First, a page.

President Mohamed Morsi proved in the dock, that he was at least morally stronger than his jailer, Colonel Abdel Fattah al-Sisi, the head of the country and the leader of the Egyptian army. The ruling Egyptian regime seemed to be uncomfortable dealing with the trial and this situation; not only did they change the venue the day before, but seemed afraid to broadcast the trial live as Hosni Mubarak’s trial by Field Marshal Tantawi had been. They deployed 20,000 soldiers and 1,500 tanks to guard the building, as if they were going to war.
President Morsi has the right to declare, as he did during the first session in court, that he is “the President of the republic” and that those who should be tried were those who overthrew legitimacy, disrupted the people’s will and the rule of the ballot box in the first free presidential elections in Egypt’s history.
He also has the right to question a judiciary that has tried an elected president ousted by a military coup for fabricated crimes. A fair and independent judiciary should refuse to give up its neutrality and independence and oppose its politicisation.
President Morsi did not commit any criminal offenses punishable by law and if a crime was actually committed, the crime was against him and his colleagues because they wouldn’t “kill a fly”. It was their supporters who were killed, tortured and politically arrested, including those who were killed in cold blood in front of the Republican Guard’s headquarters, in Rabaa al-Adawiyya and al-Nahda squares. They were shot by security forces and the army, or crushed to death by tanks and bulldozers.
The charges against President Morsi are fabricated and the trial is purely political. To say that he incited murder is both distasteful and unconvincing. How could he have ordered the killing of demonstrators and protesters in front of his palace when his opponents were on the verge of breaking into the palace to kill him, forcing him to escape from a back door and 8 of the 10 victims were his supporters? How can he stand in the defendants’ dock on charges of incitement to murder, while those who actually murdered i.e. the Minister of Interior, have not been charged with anything, such as Habib el-Adli and his aides? What’s more is that they were the ones who committed massacres in the squares when they forcefully dispersed the protests with live ammunition.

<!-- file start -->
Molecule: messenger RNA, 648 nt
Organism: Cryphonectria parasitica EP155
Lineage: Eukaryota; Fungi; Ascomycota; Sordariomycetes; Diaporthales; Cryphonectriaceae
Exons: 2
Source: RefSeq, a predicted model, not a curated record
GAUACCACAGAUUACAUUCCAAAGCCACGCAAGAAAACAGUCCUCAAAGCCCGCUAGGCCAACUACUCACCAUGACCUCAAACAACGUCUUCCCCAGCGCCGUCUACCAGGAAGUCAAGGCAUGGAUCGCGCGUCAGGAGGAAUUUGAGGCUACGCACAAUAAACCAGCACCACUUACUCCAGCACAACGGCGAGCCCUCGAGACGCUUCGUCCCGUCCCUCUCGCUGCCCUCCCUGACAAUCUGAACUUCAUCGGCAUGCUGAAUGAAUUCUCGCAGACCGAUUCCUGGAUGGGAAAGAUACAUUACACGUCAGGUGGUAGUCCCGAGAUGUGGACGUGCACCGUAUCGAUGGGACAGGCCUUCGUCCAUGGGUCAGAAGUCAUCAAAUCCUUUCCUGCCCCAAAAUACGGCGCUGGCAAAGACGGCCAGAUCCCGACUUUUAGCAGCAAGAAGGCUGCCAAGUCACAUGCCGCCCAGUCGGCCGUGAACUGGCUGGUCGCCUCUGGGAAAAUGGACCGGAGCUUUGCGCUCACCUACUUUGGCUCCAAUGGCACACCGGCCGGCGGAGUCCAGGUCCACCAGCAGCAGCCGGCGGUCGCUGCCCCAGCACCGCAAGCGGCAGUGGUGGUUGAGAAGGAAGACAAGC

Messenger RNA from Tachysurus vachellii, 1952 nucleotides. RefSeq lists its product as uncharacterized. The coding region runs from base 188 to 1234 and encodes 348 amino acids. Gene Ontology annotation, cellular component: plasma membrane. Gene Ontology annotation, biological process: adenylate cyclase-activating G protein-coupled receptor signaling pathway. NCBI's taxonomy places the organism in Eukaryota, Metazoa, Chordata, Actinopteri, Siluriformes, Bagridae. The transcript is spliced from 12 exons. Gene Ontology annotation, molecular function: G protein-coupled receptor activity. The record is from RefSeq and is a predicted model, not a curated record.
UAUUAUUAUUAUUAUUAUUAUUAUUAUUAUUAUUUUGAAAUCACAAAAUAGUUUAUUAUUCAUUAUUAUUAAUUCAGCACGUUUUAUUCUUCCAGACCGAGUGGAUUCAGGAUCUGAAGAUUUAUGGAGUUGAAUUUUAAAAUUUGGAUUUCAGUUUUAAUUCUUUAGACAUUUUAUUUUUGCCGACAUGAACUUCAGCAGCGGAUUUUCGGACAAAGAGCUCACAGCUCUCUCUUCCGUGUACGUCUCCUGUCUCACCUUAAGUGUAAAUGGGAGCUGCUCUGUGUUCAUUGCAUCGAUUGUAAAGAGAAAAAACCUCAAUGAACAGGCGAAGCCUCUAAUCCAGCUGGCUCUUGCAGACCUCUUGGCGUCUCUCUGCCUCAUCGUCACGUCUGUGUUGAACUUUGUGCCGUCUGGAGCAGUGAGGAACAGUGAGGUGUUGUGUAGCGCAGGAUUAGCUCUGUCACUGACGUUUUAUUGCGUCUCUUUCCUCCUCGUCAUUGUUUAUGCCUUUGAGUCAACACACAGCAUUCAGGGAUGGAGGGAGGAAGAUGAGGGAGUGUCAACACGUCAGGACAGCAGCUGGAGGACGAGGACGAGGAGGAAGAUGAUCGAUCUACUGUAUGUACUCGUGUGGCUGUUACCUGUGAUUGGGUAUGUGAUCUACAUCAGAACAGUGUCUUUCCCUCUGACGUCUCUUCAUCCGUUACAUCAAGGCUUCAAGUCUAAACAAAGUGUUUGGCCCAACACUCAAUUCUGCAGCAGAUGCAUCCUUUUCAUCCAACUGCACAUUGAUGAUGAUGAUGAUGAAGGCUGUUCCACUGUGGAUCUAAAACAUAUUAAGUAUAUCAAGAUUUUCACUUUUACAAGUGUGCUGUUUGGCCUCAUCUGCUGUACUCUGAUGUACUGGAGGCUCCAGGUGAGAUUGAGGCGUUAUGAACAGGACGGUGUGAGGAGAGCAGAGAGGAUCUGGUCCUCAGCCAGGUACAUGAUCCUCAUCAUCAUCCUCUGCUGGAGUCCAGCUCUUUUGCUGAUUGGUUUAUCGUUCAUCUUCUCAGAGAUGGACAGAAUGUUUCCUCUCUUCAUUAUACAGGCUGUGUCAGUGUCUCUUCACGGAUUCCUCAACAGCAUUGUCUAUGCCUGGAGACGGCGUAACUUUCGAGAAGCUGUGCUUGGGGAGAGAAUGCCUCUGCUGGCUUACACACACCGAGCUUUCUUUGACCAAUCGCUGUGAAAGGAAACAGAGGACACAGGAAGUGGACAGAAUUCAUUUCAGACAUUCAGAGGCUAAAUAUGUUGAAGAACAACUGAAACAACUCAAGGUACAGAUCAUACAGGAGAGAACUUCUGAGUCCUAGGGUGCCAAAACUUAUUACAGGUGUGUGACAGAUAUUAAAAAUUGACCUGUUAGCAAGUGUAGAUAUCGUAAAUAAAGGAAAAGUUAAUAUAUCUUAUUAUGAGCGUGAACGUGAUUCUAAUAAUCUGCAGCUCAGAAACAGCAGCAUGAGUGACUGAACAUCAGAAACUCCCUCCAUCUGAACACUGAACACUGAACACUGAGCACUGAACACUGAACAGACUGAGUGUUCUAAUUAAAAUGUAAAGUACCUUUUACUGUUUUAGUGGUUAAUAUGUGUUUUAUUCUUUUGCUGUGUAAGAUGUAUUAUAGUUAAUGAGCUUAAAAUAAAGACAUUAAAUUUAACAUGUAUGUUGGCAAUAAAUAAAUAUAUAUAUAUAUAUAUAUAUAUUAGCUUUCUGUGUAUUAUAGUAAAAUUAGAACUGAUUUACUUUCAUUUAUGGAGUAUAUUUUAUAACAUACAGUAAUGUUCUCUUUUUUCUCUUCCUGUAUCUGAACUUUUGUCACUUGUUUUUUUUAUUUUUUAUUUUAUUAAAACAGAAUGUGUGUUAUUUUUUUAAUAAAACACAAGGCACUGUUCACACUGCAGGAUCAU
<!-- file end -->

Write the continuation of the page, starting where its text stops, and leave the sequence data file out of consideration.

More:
Perhaps the most comical charge President Morsi faces is his conspiring with the Islamic resistance movement, Hamas. Since when has communicating with our resisting brothers become a crime worthy of condemnation and imprisonment? Didn’t President Mubarak’s regime and its figures communicate with Hamas and host its leaders in the most luxurious hotels in Egypt, rolling out the red carpet for them every time they landed at one of Egypt’s airports or crossings? Those of us who followed their trials did not hear of any of them being charged with conspiring with the movement, nor have we heard this mentioned in any of the Palestinian movement’s trials. If collaborating with Hamas is a crime, we must re-try Mubarak, the Arab League, and the old and new leaders of the Egyptian intelligence.
President Morsi is still the legitimate president of Egypt, whether or not we agree with him. If he made mistakes during his term or failed to save the country from crises, then he should be politically tried in the parliamentary and presidential elections, by the people, through the ballot box. His reign only lasted 12 months before the demonstrations, protests, sit-ins and the bullying by his opponents, the supporters of the former regime, who were determined to overthrow his rule and did not give him the opportunity to fix his mistakes or even catch his breath.
Those who deserve to be tried are the individuals who ousted the elected president, sent tanks and bulldozers to crush the peaceful protestors in the Rabaa al-Adawiyya and in front of the Republican Guard headquarters and turned Egypt into a military dictatorship. They took hold of the other’s opinions, silenced the media, and aborted freedom of expression, the most significant achievement of the great Egyptian revolution.
Egypt needs an extremely strong man, embodying a third option, to put an end to this absurdity and restore the country’s prestige and respect for legitimacy. He needs to lay the foundation for a true democracy based on national reconciliation and committed to coexistence and ending segregation. Without this, and in light of the vengeful conflicts we are currently witnessing, we do not think the country will experience stability any time soon.
This is a translation of the Arabic text published in El Shaab Newspaper on 4 October, 2013
- | Coup: Bogus trial for Egypt’s Morsi begins amid fears of violence! (warcrimesinternational.wordpress.com)
- | Egypt’s ‘legitimate’ leader, defiant Morsi, tells Egypt court to try ‘coup’ leaders instead! (warcrimesinternational.wordpress.com)
- MORSI IN THE DOCK Tensions high as ex-Egypt President’s trial starts (foxnews.com)
- Egypt’s Morsi to go on trial amid heavy security (news.yahoo.com)
- Mohammed Morsi Trial: Egypt’s Deposed Islamist Leader Heads To Court After 4-Month Detention (huffingtonpost.com)
- Egypt’s Morsi Defiant as His Trial Begins (abcnews.go.com)
- Egypt tense as Morsi trial looms (bbc.co.uk)
- Trial of Egypt’s Morsi adjourned (aljazeera.com)